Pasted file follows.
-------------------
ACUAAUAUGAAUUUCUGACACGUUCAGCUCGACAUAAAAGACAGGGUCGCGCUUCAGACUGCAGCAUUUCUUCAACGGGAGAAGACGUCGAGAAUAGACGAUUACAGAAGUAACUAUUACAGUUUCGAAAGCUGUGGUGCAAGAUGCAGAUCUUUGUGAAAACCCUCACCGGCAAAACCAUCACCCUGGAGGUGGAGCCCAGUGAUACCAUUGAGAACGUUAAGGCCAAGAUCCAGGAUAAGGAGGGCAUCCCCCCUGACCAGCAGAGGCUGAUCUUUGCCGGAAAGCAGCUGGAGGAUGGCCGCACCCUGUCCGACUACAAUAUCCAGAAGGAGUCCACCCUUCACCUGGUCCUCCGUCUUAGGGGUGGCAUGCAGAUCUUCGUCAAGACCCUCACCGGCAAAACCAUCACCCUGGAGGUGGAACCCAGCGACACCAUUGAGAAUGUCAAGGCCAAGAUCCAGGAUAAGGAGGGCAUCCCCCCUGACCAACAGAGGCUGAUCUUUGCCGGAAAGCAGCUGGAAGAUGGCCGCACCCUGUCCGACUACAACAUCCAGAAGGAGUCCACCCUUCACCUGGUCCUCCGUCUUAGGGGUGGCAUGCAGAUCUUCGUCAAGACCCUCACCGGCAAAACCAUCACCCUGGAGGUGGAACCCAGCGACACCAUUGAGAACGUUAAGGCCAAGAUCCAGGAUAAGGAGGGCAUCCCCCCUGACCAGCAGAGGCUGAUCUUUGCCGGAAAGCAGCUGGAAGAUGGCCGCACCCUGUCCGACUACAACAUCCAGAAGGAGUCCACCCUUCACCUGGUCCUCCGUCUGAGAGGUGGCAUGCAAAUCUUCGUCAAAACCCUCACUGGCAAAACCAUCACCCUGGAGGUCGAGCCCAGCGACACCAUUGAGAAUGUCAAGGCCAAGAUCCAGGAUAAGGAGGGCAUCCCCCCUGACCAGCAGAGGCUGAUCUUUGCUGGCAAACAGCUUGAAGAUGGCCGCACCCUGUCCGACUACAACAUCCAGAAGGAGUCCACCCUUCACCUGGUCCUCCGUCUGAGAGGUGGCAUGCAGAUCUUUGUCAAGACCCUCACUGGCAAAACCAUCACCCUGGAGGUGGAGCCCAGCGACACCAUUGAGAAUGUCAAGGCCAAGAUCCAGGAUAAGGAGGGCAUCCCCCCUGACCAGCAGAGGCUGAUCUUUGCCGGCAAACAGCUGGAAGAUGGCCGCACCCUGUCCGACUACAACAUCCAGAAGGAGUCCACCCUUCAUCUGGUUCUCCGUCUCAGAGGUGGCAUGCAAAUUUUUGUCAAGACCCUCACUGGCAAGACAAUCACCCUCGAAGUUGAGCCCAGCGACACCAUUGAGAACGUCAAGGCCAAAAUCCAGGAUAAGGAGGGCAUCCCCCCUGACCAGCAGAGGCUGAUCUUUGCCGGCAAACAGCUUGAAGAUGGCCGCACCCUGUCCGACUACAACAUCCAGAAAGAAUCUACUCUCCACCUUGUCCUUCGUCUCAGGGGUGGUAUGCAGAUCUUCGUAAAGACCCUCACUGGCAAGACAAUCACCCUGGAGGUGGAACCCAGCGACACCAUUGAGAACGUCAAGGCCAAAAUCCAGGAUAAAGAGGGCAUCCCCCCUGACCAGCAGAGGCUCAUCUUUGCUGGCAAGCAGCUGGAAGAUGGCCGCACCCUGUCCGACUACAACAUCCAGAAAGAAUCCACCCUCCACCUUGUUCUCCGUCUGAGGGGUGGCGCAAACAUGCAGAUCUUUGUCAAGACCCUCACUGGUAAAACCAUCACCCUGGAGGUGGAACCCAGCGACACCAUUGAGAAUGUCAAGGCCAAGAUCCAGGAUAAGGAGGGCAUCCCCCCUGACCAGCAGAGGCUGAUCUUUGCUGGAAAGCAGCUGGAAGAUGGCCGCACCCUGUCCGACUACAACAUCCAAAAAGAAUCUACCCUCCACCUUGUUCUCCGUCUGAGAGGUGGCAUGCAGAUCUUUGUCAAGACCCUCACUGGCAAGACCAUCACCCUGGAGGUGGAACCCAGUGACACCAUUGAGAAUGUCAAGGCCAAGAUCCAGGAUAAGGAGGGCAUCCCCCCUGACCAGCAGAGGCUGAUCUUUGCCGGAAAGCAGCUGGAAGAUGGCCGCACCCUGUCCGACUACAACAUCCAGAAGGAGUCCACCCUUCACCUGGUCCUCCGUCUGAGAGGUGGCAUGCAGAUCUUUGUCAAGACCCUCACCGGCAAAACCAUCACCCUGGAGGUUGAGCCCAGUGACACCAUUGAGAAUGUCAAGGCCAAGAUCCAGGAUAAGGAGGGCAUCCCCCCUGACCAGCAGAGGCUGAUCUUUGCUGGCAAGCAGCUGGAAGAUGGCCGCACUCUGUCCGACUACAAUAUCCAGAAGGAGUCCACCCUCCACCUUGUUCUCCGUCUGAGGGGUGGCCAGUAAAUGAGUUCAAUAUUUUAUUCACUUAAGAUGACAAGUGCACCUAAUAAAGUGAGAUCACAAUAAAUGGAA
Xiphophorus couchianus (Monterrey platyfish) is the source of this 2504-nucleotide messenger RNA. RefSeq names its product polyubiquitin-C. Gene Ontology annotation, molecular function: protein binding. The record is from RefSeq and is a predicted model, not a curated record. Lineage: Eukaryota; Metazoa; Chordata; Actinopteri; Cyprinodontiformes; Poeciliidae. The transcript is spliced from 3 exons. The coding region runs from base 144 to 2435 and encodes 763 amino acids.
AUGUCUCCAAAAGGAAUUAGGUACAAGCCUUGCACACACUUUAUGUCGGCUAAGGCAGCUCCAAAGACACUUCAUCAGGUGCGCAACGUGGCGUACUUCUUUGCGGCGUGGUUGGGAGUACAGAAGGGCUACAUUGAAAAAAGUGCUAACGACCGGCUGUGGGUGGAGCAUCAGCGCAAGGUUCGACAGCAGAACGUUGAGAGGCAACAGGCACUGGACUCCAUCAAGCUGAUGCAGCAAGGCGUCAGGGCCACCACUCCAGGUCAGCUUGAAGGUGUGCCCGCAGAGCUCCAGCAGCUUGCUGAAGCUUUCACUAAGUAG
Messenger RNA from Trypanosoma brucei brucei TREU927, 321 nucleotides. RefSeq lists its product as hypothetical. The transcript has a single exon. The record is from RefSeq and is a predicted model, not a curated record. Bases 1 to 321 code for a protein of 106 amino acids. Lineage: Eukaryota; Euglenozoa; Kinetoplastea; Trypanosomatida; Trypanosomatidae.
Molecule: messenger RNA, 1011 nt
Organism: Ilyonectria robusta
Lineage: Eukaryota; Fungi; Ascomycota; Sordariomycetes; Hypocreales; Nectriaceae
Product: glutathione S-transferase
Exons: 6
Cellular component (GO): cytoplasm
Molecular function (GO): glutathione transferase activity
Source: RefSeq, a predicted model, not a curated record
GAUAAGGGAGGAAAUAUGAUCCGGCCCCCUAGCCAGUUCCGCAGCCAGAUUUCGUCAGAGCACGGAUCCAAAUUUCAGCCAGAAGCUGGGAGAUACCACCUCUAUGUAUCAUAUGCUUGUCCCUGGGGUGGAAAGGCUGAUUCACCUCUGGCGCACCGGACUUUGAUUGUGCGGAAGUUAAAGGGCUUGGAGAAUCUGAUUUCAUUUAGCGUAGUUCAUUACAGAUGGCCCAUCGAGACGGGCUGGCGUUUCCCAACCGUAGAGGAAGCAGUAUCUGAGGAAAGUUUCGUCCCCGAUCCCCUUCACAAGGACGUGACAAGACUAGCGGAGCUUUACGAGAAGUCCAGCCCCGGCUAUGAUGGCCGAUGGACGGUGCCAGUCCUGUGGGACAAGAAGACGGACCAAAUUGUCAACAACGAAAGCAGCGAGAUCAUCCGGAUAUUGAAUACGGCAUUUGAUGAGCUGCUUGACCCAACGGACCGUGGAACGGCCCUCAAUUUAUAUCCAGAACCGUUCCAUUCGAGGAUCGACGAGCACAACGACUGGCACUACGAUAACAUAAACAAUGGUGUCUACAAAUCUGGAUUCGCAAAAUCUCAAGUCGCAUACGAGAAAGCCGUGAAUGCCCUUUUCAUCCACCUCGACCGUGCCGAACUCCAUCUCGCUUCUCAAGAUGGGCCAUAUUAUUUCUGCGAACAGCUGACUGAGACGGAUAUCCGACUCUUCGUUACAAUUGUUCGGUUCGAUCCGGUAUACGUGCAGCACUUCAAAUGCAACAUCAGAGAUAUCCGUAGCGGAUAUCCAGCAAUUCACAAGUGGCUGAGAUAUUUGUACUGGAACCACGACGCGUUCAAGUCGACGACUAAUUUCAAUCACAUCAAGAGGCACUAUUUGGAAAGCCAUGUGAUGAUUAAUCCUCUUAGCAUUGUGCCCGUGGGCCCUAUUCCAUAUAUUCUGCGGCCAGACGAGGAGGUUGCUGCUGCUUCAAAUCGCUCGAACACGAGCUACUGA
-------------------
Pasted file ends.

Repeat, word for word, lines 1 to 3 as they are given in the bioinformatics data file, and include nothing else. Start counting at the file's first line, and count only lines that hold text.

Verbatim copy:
ACUAAUAUGAAUUUCUGACACGUUCAGCUCGACAUAAAAGACAGGGUCGCGCUUCAGACUGCAGCAUUUCUUCAACGGGAGAAGACGUCGAGAAUAGACGAUUACAGAAGUAACUAUUACAGUUUCGAAAGCUGUGGUGCAAGAUGCAGAUCUUUGUGAAAACCCUCACCGGCAAAACCAUCACCCUGGAGGUGGAGCCCAGUGAUACCAUUGAGAACGUUAAGGCCAAGAUCCAGGAUAAGGAGGGCAUCCCCCCUGACCAGCAGAGGCUGAUCUUUGCCGGAAAGCAGCUGGAGGAUGGCCGCACCCUGUCCGACUACAAUAUCCAGAAGGAGUCCACCCUUCACCUGGUCCUCCGUCUUAGGGGUGGCAUGCAGAUCUUCGUCAAGACCCUCACCGGCAAAACCAUCACCCUGGAGGUGGAACCCAGCGACACCAUUGAGAAUGUCAAGGCCAAGAUCCAGGAUAAGGAGGGCAUCCCCCCUGACCAACAGAGGCUGAUCUUUGCCGGAAAGCAGCUGGAAGAUGGCCGCACCCUGUCCGACUACAACAUCCAGAAGGAGUCCACCCUUCACCUGGUCCUCCGUCUUAGGGGUGGCAUGCAGAUCUUCGUCAAGACCCUCACCGGCAAAACCAUCACCCUGGAGGUGGAACCCAGCGACACCAUUGAGAACGUUAAGGCCAAGAUCCAGGAUAAGGAGGGCAUCCCCCCUGACCAGCAGAGGCUGAUCUUUGCCGGAAAGCAGCUGGAAGAUGGCCGCACCCUGUCCGACUACAACAUCCAGAAGGAGUCCACCCUUCACCUGGUCCUCCGUCUGAGAGGUGGCAUGCAAAUCUUCGUCAAAACCCUCACUGGCAAAACCAUCACCCUGGAGGUCGAGCCCAGCGACACCAUUGAGAAUGUCAAGGCCAAGAUCCAGGAUAAGGAGGGCAUCCCCCCUGACCAGCAGAGGCUGAUCUUUGCUGGCAAACAGCUUGAAGAUGGCCGCACCCUGUCCGACUACAACAUCCAGAAGGAGUCCACCCUUCACCUGGUCCUCCGUCUGAGAGGUGGCAUGCAGAUCUUUGUCAAGACCCUCACUGGCAAAACCAUCACCCUGGAGGUGGAGCCCAGCGACACCAUUGAGAAUGUCAAGGCCAAGAUCCAGGAUAAGGAGGGCAUCCCCCCUGACCAGCAGAGGCUGAUCUUUGCCGGCAAACAGCUGGAAGAUGGCCGCACCCUGUCCGACUACAACAUCCAGAAGGAGUCCACCCUUCAUCUGGUUCUCCGUCUCAGAGGUGGCAUGCAAAUUUUUGUCAAGACCCUCACUGGCAAGACAAUCACCCUCGAAGUUGAGCCCAGCGACACCAUUGAGAACGUCAAGGCCAAAAUCCAGGAUAAGGAGGGCAUCCCCCCUGACCAGCAGAGGCUGAUCUUUGCCGGCAAACAGCUUGAAGAUGGCCGCACCCUGUCCGACUACAACAUCCAGAAAGAAUCUACUCUCCACCUUGUCCUUCGUCUCAGGGGUGGUAUGCAGAUCUUCGUAAAGACCCUCACUGGCAAGACAAUCACCCUGGAGGUGGAACCCAGCGACACCAUUGAGAACGUCAAGGCCAAAAUCCAGGAUAAAGAGGGCAUCCCCCCUGACCAGCAGAGGCUCAUCUUUGCUGGCAAGCAGCUGGAAGAUGGCCGCACCCUGUCCGACUACAACAUCCAGAAAGAAUCCACCCUCCACCUUGUUCUCCGUCUGAGGGGUGGCGCAAACAUGCAGAUCUUUGUCAAGACCCUCACUGGUAAAACCAUCACCCUGGAGGUGGAACCCAGCGACACCAUUGAGAAUGUCAAGGCCAAGAUCCAGGAUAAGGAGGGCAUCCCCCCUGACCAGCAGAGGCUGAUCUUUGCUGGAAAGCAGCUGGAAGAUGGCCGCACCCUGUCCGACUACAACAUCCAAAAAGAAUCUACCCUCCACCUUGUUCUCCGUCUGAGAGGUGGCAUGCAGAUCUUUGUCAAGACCCUCACUGGCAAGACCAUCACCCUGGAGGUGGAACCCAGUGACACCAUUGAGAAUGUCAAGGCCAAGAUCCAGGAUAAGGAGGGCAUCCCCCCUGACCAGCAGAGGCUGAUCUUUGCCGGAAAGCAGCUGGAAGAUGGCCGCACCCUGUCCGACUACAACAUCCAGAAGGAGUCCACCCUUCACCUGGUCCUCCGUCUGAGAGGUGGCAUGCAGAUCUUUGUCAAGACCCUCACCGGCAAAACCAUCACCCUGGAGGUUGAGCCCAGUGACACCAUUGAGAAUGUCAAGGCCAAGAUCCAGGAUAAGGAGGGCAUCCCCCCUGACCAGCAGAGGCUGAUCUUUGCUGGCAAGCAGCUGGAAGAUGGCCGCACUCUGUCCGACUACAAUAUCCAGAAGGAGUCCACCCUCCACCUUGUUCUCCGUCUGAGGGGUGGCCAGUAAAUGAGUUCAAUAUUUUAUUCACUUAAGAUGACAAGUGCACCUAAUAAAGUGAGAUCACAAUAAAUGGAA
Xiphophorus couchianus (Monterrey platyfish) is the source of this 2504-nucleotide messenger RNA. RefSeq names its product polyubiquitin-C. Gene Ontology annotation, molecular function: protein binding. The record is from RefSeq and is a predicted model, not a curated record. Lineage: Eukaryota; Metazoa; Chordata; Actinopteri; Cyprinodontiformes; Poeciliidae. The transcript is spliced from 3 exons. The coding region runs from base 144 to 2435 and encodes 763 amino acids.
AUGUCUCCAAAAGGAAUUAGGUACAAGCCUUGCACACACUUUAUGUCGGCUAAGGCAGCUCCAAAGACACUUCAUCAGGUGCGCAACGUGGCGUACUUCUUUGCGGCGUGGUUGGGAGUACAGAAGGGCUACAUUGAAAAAAGUGCUAACGACCGGCUGUGGGUGGAGCAUCAGCGCAAGGUUCGACAGCAGAACGUUGAGAGGCAACAGGCACUGGACUCCAUCAAGCUGAUGCAGCAAGGCGUCAGGGCCACCACUCCAGGUCAGCUUGAAGGUGUGCCCGCAGAGCUCCAGCAGCUUGCUGAAGCUUUCACUAAGUAG